Prabha Khaitan Foundation hosted a hearty and delightful conversation between Bombay Jayashri and Kaushiki Chakraborty, as a part of their initiative named Sur aur Saaz. They were welcomed to the conversation by Ehsaas Woman Shubh Singhvi.
Bombay Jayashri has been one of the most sought-after Indian musicians for over three decades now. She has the rare privilege of being the first Carnatic classical performer in the Opera House in Durban and the Russian Opera House in Helsinki, Finland. Drawing from this exposure Jayashri has been collaborating extensively with Western classical music groups in creating what could truly be described as world music, which opens up new vistas of music appreciation. Truly, she is an artist who has boldly soared in her diverse musical experiments.
Kaushiki Chakraborty is an Indian classical vocalist, one of the exponents of Patiala gharana. Her repertoire covers Khyals and semi-classical Thumris.
The conversation started with Chakraborty asking Jayashri what the reference of Bombay in her name was even though she was born in Kolkata. Jayashri stated that in the Southern part of India there is a tradition of associating musicians with a place, to describe the personality of the music and the musician. In a review once she was referred to as ‘Bombay Jayashri’ and hence the name stuck.
She said that as a vocalist it is difficult for one to visualise the notes that they are harmonising on, thus it is important that every vocalist must have knowledge of playing an instrument which would help in grasping the notes better and thus in turn help in vocalising better. Her journey as a singer had changed when she started playing the Veena, it become a visual journey which aided her in harmonising the notes in songs. She advocates that every vocalist must learn to play an instrument that will help in internalising the notes.
Jayashri grew up in a house where there was music all throughout the day. Both her parents were music teachers and there were students coming since the start of the day. Her mornings started with somebody practicing music and her days would end in the same way. Her initial love for music started because of the music overflowing in her house. She then later learned from Balamani Amma, who was one of the finest poets of India. After moving to Chennai, she learnt form Lalgudi Jayaraman, who was a violinist, vocalist and a composer. Lalgudi Jayaraman impacted her the most and his teachings have been a part of her even after many years. She said that the person and vocalist that she is because of the teachings of all the Gurus that she had in her life. The gurus in her life introduced her to the rich diversity that India has and helped her in appreciating the different notes that each part carry.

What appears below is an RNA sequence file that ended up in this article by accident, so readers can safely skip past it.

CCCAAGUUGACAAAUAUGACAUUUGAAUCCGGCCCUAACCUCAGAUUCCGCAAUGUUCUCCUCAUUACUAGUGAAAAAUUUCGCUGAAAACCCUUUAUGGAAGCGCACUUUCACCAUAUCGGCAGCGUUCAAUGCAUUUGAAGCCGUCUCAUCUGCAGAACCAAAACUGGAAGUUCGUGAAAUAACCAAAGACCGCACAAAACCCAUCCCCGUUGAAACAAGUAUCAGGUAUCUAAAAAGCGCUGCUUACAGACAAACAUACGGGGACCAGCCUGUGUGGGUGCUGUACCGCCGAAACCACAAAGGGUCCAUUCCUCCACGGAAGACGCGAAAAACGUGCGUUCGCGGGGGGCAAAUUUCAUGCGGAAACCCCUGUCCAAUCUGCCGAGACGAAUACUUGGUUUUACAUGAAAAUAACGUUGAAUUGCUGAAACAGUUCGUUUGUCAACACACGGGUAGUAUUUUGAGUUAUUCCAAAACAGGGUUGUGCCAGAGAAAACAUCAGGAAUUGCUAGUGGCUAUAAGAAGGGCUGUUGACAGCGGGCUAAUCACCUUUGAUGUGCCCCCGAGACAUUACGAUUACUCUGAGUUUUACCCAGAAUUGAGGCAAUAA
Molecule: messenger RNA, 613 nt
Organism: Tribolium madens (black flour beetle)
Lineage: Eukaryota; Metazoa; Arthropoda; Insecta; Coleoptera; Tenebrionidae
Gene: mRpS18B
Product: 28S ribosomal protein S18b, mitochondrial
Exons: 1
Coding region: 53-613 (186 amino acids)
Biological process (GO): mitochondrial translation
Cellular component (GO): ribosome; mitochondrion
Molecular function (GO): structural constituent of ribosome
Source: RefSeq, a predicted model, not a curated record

She exclaimed that whatever she sung reflected her personality and the music she had heard while growing up. The sounds of nature, other people practising music and the teachings of one’s gurus is what assimilates to be the personality of the music that one sings. The way she was taught also helped her in looking at music in an emotional and sensitive way, something that would impact others when they would listen to it.
According to Jayashri, there is always a difference in way of teaching music in each generation. The only constant thing in the continuity of music through the generations is that it is different and is ever changing. She said that she would never be able to match the standard of selflessness that her mother had in putting her children and students before herself. She said that whenever she shares music with a student and in whatever manner the student understands or visualises music has always ended in making her richer in terms of music and compositions. She stated that she was grateful that she has an offspring that understood music and wanted to be a part of the tradition of learning and practicing music, however there is a conflict between being a mother and a teacher and knowing when what role is necessary and demands more importance. There are times when she feels burdened and scared by the responsibility of being a mother and a teacher, she thinks of her motto, ‘Music will guide the way’, which helps her in releasing some of the burden.
When talking about the collaborations and the work that she chooses, Jayashri said that it was not her that choose the work, she was lucky that it came her way. She said that sharing a space with a musican that was taught in a different manner and followed a different ‘Gharana’ and yet was beautiful as they could then create a space that co-exisited for both of them in their minds and in the minds of the audience. The sharing of space with different musicians and learning from them was something that kept her keen and interested and made her collaborate with many musicians.
The conversation ended with Ehsaas Woman, Vandana Singh thanking Jayashri and Kaushiki for a musical conversation on the life that Jayashri has led.